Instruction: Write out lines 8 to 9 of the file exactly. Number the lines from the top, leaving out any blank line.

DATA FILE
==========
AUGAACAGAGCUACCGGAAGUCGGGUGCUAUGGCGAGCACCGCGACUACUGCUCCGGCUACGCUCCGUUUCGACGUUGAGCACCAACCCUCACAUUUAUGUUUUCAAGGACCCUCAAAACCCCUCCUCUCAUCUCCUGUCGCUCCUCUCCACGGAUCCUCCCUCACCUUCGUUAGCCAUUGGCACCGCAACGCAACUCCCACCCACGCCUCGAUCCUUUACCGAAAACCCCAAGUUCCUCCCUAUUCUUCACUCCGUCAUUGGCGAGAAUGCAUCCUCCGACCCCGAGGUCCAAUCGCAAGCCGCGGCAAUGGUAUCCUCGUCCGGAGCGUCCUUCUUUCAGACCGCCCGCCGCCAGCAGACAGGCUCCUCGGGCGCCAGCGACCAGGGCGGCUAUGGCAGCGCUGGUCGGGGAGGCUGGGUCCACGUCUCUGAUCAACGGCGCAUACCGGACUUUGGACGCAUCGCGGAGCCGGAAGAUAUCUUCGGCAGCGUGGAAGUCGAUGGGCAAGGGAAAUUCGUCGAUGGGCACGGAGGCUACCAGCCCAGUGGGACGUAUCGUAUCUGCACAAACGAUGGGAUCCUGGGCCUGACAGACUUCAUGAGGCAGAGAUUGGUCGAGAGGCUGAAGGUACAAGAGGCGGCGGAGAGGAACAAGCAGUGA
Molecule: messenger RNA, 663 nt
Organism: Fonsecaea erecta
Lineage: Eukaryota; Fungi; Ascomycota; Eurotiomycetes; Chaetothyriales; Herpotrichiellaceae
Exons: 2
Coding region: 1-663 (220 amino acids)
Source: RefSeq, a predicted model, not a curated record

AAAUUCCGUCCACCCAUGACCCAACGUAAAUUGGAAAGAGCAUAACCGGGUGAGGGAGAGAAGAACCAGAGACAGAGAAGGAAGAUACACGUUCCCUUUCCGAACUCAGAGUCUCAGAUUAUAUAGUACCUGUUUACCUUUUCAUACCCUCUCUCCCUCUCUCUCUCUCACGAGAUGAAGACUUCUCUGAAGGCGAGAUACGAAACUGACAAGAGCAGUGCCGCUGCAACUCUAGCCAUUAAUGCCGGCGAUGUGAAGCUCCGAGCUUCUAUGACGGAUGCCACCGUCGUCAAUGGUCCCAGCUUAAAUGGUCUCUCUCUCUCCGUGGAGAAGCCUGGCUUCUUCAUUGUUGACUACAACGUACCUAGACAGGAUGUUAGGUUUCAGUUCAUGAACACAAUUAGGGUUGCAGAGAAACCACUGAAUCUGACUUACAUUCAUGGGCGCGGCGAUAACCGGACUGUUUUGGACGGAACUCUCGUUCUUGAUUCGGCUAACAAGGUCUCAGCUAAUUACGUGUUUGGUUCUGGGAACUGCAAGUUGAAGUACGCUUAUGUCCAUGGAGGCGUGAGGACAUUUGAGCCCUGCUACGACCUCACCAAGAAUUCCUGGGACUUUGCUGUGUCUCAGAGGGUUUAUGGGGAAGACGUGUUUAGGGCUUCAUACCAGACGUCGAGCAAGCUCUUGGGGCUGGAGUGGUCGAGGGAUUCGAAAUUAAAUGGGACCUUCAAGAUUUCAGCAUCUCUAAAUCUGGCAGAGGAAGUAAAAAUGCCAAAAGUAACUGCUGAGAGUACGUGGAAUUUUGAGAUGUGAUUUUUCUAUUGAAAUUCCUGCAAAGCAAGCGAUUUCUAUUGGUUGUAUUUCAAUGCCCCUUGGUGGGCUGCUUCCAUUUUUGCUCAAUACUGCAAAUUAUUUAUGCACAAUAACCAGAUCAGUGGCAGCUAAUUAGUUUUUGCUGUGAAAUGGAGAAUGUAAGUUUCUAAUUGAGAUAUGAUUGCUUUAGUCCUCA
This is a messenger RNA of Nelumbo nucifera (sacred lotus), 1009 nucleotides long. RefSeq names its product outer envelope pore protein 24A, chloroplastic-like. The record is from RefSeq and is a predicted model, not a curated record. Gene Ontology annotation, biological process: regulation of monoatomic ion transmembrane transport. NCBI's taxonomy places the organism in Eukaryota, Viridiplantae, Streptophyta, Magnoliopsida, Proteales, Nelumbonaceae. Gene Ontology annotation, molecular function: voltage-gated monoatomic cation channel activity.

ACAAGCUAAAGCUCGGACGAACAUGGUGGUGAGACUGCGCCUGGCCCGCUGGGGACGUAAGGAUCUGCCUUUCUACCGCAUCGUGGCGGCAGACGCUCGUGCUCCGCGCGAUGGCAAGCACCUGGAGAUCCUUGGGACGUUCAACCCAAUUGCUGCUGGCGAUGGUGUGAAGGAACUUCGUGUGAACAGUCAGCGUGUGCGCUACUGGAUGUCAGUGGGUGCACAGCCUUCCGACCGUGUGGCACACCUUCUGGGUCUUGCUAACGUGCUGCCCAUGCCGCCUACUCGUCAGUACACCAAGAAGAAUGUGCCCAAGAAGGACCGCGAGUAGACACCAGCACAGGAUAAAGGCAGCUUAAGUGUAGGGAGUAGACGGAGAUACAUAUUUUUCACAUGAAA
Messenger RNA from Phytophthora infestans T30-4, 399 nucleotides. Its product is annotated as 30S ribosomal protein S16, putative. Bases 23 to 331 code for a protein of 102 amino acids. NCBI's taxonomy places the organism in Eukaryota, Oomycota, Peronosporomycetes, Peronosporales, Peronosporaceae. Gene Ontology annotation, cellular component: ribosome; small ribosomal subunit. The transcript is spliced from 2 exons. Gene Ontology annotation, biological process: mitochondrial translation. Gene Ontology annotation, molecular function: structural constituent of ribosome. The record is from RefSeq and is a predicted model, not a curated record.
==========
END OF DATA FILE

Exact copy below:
AAAUUCCGUCCACCCAUGACCCAACGUAAAUUGGAAAGAGCAUAACCGGGUGAGGGAGAGAAGAACCAGAGACAGAGAAGGAAGAUACACGUUCCCUUUCCGAACUCAGAGUCUCAGAUUAUAUAGUACCUGUUUACCUUUUCAUACCCUCUCUCCCUCUCUCUCUCUCACGAGAUGAAGACUUCUCUGAAGGCGAGAUACGAAACUGACAAGAGCAGUGCCGCUGCAACUCUAGCCAUUAAUGCCGGCGAUGUGAAGCUCCGAGCUUCUAUGACGGAUGCCACCGUCGUCAAUGGUCCCAGCUUAAAUGGUCUCUCUCUCUCCGUGGAGAAGCCUGGCUUCUUCAUUGUUGACUACAACGUACCUAGACAGGAUGUUAGGUUUCAGUUCAUGAACACAAUUAGGGUUGCAGAGAAACCACUGAAUCUGACUUACAUUCAUGGGCGCGGCGAUAACCGGACUGUUUUGGACGGAACUCUCGUUCUUGAUUCGGCUAACAAGGUCUCAGCUAAUUACGUGUUUGGUUCUGGGAACUGCAAGUUGAAGUACGCUUAUGUCCAUGGAGGCGUGAGGACAUUUGAGCCCUGCUACGACCUCACCAAGAAUUCCUGGGACUUUGCUGUGUCUCAGAGGGUUUAUGGGGAAGACGUGUUUAGGGCUUCAUACCAGACGUCGAGCAAGCUCUUGGGGCUGGAGUGGUCGAGGGAUUCGAAAUUAAAUGGGACCUUCAAGAUUUCAGCAUCUCUAAAUCUGGCAGAGGAAGUAAAAAUGCCAAAAGUAACUGCUGAGAGUACGUGGAAUUUUGAGAUGUGAUUUUUCUAUUGAAAUUCCUGCAAAGCAAGCGAUUUCUAUUGGUUGUAUUUCAAUGCCCCUUGGUGGGCUGCUUCCAUUUUUGCUCAAUACUGCAAAUUAUUUAUGCACAAUAACCAGAUCAGUGGCAGCUAAUUAGUUUUUGCUGUGAAAUGGAGAAUGUAAGUUUCUAAUUGAGAUAUGAUUGCUUUAGUCCUCA
This is a messenger RNA of Nelumbo nucifera (sacred lotus), 1009 nucleotides long. RefSeq names its product outer envelope pore protein 24A, chloroplastic-like. The record is from RefSeq and is a predicted model, not a curated record. Gene Ontology annotation, biological process: regulation of monoatomic ion transmembrane transport. NCBI's taxonomy places the organism in Eukaryota, Viridiplantae, Streptophyta, Magnoliopsida, Proteales, Nelumbonaceae. Gene Ontology annotation, molecular function: voltage-gated monoatomic cation channel activity.